SDOT will consider the crash and any relevant data in considering any potential future modifications. Preliminarily, it appears that a left-turning driver turned into an oncoming motorcyclist. At this time, we are not aware of information suggesting that the roadway might have caused or contributed to the crash.Sam Zimbabwe, SDOT Director
What? The information that the roadway contributed to the crash is outlined in the same paragraph. The street redesign did not include protected turn signals that would prevent a driver from making a turn into an oncoming vehicle they did not see. The city’s own commissioned study on safety practices for pedestrians and bike users suggests this type of maneuver is responsible for a disproportionate share of serious injuries.
It’s one thing to say it’s too early to tell what impact street design is having on collective injuries and fatalities on 35th. It’s another thing to seemingly separate, as this letter appears to do, the city’s goal of zero fatalities and injuries from any individual incident.
Reading this it’s impossible not to be reminded that Sam Zimbabwe’s boss, Mayor Jenny Durkan, has never publicly recommitted the city to Vision Zero since taking office in November 2017. Seattle continues to stagnate rather than make process toward this traffic safety goal, which makes the ‘everything is good here’ tone of SDOT’s response truly baffling.
The letter also asked about the Complete Streets Checklist. The Director’s response attaches the original 2016 checklist, completed when the project still included bike lanes in the design. “After the decision to implement the current design, the checklist was not repeated as none of the modal plans had changed.” What?! Removing any bike facilities from the project did not require a reassessment with the complete streets checklist? He continues: “The new design remains consistent with the policies of the Bicycle Master Plan, which provide guidance for the project delivery process”. In other words, the fact that the project design does not in any way reflect the Bicycle Master Plan designation for 35th doesn’t mean it’s not consistent with it. Apparently.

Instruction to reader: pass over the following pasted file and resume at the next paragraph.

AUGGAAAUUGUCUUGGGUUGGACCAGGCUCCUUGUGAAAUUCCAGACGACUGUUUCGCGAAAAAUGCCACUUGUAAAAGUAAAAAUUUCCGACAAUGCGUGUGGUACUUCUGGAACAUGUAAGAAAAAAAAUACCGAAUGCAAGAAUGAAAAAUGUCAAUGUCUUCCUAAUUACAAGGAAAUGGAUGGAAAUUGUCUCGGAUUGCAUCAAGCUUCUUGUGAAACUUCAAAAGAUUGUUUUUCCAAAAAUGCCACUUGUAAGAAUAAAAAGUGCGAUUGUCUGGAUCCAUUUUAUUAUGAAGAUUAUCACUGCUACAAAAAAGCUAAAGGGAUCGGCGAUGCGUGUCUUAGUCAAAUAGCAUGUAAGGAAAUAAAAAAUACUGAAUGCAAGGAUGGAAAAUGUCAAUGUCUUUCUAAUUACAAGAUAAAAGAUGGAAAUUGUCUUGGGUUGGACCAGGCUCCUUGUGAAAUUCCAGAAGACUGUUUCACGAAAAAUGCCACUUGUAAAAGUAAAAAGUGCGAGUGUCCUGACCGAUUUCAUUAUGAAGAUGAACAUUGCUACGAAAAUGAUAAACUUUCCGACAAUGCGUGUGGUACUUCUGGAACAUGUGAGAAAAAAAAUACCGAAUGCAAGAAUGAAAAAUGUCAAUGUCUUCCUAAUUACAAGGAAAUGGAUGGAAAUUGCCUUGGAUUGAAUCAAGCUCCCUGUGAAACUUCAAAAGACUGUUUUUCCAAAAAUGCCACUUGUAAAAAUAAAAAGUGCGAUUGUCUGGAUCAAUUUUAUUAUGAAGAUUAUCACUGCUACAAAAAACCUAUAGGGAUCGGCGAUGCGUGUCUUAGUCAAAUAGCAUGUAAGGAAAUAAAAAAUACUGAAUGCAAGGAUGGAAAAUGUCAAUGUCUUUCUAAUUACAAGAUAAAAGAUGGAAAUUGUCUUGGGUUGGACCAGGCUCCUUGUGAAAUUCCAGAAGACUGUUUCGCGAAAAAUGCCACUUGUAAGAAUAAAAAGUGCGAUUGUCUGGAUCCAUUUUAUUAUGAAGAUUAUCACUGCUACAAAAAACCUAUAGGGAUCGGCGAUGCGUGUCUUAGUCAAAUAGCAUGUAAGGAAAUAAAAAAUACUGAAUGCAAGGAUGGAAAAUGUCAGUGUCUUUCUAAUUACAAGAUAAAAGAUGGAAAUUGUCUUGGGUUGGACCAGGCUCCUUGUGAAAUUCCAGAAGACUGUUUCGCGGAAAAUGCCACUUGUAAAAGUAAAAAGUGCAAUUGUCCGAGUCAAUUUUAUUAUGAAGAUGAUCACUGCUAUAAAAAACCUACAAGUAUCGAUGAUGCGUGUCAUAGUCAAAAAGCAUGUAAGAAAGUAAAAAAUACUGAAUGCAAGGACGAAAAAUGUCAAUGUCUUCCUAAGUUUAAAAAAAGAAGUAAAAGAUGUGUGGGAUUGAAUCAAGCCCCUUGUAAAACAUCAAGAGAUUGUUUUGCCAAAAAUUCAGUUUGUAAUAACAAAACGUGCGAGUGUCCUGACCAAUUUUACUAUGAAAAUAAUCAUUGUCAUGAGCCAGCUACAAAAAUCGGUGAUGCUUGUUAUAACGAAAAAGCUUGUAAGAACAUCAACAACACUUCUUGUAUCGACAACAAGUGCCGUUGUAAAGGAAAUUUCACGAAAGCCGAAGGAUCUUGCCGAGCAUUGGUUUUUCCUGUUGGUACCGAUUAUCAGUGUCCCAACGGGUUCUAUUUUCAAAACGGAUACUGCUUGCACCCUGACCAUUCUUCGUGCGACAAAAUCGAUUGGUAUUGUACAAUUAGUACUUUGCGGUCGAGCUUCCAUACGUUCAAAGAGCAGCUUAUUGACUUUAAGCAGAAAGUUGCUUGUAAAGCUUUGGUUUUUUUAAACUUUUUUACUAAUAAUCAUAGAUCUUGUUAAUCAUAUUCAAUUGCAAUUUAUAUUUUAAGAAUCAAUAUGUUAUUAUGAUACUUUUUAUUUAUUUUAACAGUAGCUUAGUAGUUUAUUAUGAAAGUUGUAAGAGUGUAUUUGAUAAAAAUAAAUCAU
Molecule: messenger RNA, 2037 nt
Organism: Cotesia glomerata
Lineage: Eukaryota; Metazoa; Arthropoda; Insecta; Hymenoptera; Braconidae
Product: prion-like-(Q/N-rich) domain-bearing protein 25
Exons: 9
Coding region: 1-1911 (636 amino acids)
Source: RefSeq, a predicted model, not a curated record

In addition to the planned speed limit reduction, SDOT plans to install posts (the kind that might be installed on a protected bike lane project) between left turn pockets and the center turn lane to reduce illegal passing. It evaluated intersections to add marked crosswalks and found that not enough people were crossing the 30+ mph street to warrant any additional ones. However, Director Zimbabwe says that the “design is an improvement over the pre-project roadway cross section.” An improvement for whom is pretty clear: drivers wanting a road where going fast is encouraged and crossing pedestrians are few.
The director’s letter to council is fairly bold in its obfuscation around both Vision Zero and the Complete Streets ordinance. Whether or not the City Council will take any action to improve the implementation of either remains to be seen.
Ryan Packer lives in the Summit Slope neighborhood of Capitol Hill and has been writing for the The Urbanist since 2015. They report on multimodal transportation issues, #VisionZero, preservation, and local politics. They believe in using Seattle's history to help attain the vibrant, diverse city that we all wish to inhabit. Ryan's writing has appeared in Capitol Hill Seattle Blog, Bike Portland, and Seattle Bike Blog, where they also did a four-month stint as temporary editor.